All governments are paternalistic governments

Italy is the new avant-garde of paternalism: how the new government turns a liberal idea into its opposite

The Italian government will introduce a minimum income in 2019. The catch is: if you spend your money unethically, it will be withdrawn again. And as one can imagine, the father state decides what is good for his children.

The Italians prefer it hot than cold. And the cold time is yet to come. Many will starve, and some no doubt more than others. But the hard times will pass, and it looks like this also applies to those who bite hard, not just in the winter months. In 2019 the Italian government opens the state treasury and introduces a basic income, as the Movimento Cinque Stelle once promised. The limit is 780 euros - anyone who earns less (or nothing) a month, shows the will to work and has no property worth mentioning will in future receive money from the state. We call it “citizens' money”, although it should actually be called a minimum income, because not everyone gets it.

Acting politicians are selling the project as a revolutionary idea, which of course is not true. In fact, it is a guaranteed (albeit not unconditional) basic income that other European countries have long known, for example Switzerland with its generous social welfare benefits compared to other countries. The idea of ​​a minimum income can be welcomed or rejected, it is interesting what the Italians are doing with it. The real question here is whether they are pioneers again - who are galloping in the wrong direction. Because this time the devil is in the details - or rather: Father State.

The highest moral authority

The new government, in which representatives of the right-wing conservative Lega also sit, has launched the minimum income on the basis of a clear premise: that no “immoral expenses” will be made with it. The beneficiaries receive a kind of credit card or an app - both systems trace exactly what the chunk is spent on. If it turns out that someone uses his or her money on disreputable products or services - well, then that someone will be held accountable: he or she will lose the right to the citizen's money.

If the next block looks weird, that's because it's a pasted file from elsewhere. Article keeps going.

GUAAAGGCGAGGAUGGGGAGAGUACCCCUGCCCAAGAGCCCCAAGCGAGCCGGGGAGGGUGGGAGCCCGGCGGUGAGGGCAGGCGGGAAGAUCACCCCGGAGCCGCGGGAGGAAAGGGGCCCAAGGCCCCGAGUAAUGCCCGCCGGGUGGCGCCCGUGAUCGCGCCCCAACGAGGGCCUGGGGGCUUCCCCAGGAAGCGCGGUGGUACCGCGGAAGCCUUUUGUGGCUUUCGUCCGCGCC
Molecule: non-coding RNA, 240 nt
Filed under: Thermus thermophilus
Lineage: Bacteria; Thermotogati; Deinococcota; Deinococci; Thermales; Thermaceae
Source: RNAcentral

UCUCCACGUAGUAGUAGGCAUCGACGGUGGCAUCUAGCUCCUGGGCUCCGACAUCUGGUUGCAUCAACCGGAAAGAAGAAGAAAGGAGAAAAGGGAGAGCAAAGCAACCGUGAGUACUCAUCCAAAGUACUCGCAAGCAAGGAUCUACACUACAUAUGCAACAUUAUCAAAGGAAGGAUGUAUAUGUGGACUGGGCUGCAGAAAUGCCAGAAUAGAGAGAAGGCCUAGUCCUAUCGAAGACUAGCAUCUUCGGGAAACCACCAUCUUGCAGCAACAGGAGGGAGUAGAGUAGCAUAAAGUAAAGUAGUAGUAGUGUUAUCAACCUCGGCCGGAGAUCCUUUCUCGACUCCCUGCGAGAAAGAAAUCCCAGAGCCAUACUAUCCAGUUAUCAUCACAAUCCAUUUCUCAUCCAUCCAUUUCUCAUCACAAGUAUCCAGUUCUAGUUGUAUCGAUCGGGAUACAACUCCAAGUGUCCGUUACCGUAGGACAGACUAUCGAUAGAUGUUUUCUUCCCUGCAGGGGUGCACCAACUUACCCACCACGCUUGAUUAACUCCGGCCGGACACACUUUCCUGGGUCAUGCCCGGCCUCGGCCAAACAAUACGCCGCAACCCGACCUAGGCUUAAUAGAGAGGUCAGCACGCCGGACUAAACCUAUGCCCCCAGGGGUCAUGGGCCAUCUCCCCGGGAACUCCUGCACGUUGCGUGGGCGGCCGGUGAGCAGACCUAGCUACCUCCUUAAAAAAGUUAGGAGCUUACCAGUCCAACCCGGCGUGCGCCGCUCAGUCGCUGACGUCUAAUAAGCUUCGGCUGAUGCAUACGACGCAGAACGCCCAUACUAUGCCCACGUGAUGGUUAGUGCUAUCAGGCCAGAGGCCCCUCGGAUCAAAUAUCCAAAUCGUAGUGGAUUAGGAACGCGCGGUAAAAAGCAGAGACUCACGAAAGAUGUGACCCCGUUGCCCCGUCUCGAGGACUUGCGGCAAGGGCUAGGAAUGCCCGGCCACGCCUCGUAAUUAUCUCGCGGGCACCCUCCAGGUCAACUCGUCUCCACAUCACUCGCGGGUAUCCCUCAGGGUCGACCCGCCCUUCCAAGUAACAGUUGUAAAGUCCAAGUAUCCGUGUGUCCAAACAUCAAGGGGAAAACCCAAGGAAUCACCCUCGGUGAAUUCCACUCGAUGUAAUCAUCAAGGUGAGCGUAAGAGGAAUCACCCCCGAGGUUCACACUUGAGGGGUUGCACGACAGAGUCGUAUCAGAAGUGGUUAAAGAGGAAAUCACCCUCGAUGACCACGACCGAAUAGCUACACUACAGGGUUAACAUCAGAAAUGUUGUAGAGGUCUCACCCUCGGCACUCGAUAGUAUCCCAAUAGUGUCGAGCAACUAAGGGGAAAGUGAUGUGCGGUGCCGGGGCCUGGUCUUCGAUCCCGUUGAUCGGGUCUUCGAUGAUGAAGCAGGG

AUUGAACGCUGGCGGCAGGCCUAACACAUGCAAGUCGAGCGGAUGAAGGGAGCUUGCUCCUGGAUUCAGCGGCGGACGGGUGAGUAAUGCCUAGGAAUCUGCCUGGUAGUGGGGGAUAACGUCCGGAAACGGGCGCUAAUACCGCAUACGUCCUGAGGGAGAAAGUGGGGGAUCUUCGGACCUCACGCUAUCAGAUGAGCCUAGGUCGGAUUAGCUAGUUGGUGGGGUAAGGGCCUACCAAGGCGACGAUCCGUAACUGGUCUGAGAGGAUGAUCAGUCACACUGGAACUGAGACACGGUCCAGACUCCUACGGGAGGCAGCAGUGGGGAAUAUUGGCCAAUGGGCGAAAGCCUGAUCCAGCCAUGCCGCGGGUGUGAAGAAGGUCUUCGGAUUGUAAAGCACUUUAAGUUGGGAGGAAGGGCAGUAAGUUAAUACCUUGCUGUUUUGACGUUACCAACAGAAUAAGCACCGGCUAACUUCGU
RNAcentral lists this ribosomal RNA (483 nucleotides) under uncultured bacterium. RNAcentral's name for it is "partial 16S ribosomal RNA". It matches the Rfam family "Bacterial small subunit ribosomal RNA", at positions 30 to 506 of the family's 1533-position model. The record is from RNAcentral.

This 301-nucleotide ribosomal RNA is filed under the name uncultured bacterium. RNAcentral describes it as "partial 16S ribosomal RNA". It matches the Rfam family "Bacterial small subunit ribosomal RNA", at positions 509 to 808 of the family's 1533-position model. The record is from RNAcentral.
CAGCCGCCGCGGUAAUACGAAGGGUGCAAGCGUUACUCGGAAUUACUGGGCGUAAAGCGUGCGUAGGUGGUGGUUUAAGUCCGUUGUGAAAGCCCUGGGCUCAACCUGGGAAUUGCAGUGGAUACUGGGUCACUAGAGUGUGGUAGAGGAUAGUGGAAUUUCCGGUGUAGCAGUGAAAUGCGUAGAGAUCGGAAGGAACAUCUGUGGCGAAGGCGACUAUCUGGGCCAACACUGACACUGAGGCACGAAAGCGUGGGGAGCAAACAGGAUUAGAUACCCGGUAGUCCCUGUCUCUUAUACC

What should be considered immoral? Of course, cigarettes, gambling, TV fees, video games. This could also include alcohol, pornography, prostitution and any online purchase in general, from which foreign companies mostly also benefit. As you can imagine, the Italians should find ways to cover up the traces of their money flows - after all, we are top class in such matters. This does not, however, solve the more weighty problem, and one question remains: What moral role should the state play in the life and in the personal decisions of its citizens?

It would have been easy to organize the money distribution differently. The government could have given out food or rental vouchers to people in need - in which case the state would not rise to the highest moral level. But this idea was never up for debate. What is legal is not legitimate; what is ethical is legitimate; and what is ethical will in future be defined by the father state in Italy.

The citizens? Children!

Not everyone will care that the state keeps an eye on what citizens do with their money. To some it might even seem sensible, because he acts like a strict but benevolent father who keeps an eye on his children. After all, the money he distributes comes from other citizens. And that's exactly the point.